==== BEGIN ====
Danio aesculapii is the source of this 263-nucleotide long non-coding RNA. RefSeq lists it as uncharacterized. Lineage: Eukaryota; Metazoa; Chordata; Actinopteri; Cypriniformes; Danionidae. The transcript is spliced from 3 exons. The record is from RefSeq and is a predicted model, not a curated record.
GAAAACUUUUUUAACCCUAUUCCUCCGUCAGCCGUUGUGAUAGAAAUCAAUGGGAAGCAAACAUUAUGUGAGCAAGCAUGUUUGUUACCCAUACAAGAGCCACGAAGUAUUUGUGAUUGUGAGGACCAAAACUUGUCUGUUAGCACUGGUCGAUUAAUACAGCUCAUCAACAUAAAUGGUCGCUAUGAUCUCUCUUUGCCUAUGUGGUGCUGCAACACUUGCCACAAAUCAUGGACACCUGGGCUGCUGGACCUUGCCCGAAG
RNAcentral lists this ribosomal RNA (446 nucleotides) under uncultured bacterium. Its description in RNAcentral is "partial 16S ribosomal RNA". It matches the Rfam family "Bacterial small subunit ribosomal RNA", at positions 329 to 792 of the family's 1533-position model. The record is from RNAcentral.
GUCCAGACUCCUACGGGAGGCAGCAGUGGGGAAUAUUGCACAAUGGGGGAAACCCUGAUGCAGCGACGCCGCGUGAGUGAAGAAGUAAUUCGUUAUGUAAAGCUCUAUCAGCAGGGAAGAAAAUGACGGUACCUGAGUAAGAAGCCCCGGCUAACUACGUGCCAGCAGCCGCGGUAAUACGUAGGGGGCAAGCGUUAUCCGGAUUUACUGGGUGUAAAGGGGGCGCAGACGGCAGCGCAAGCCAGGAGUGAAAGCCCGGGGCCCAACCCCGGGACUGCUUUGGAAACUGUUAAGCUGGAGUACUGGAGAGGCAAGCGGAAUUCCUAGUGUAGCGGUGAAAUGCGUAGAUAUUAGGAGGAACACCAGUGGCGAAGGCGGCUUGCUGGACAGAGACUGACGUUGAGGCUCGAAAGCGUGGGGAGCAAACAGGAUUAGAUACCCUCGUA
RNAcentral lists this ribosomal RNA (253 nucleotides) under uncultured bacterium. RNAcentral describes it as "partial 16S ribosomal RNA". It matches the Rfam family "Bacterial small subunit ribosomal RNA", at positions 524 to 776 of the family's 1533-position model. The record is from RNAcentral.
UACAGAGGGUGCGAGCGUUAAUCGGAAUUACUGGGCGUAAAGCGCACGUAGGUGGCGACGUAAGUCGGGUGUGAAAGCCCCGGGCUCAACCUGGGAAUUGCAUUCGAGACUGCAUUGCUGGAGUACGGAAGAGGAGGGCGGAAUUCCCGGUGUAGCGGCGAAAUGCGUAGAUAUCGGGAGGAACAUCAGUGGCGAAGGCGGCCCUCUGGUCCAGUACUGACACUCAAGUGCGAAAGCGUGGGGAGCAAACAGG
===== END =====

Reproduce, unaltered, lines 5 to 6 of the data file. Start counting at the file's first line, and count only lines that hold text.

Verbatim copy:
RNAcentral lists this ribosomal RNA (253 nucleotides) under uncultured bacterium. RNAcentral describes it as "partial 16S ribosomal RNA". It matches the Rfam family "Bacterial small subunit ribosomal RNA", at positions 524 to 776 of the family's 1533-position model. The record is from RNAcentral.
UACAGAGGGUGCGAGCGUUAAUCGGAAUUACUGGGCGUAAAGCGCACGUAGGUGGCGACGUAAGUCGGGUGUGAAAGCCCCGGGCUCAACCUGGGAAUUGCAUUCGAGACUGCAUUGCUGGAGUACGGAAGAGGAGGGCGGAAUUCCCGGUGUAGCGGCGAAAUGCGUAGAUAUCGGGAGGAACAUCAGUGGCGAAGGCGGCCCUCUGGUCCAGUACUGACACUCAAGUGCGAAAGCGUGGGGAGCAAACAGG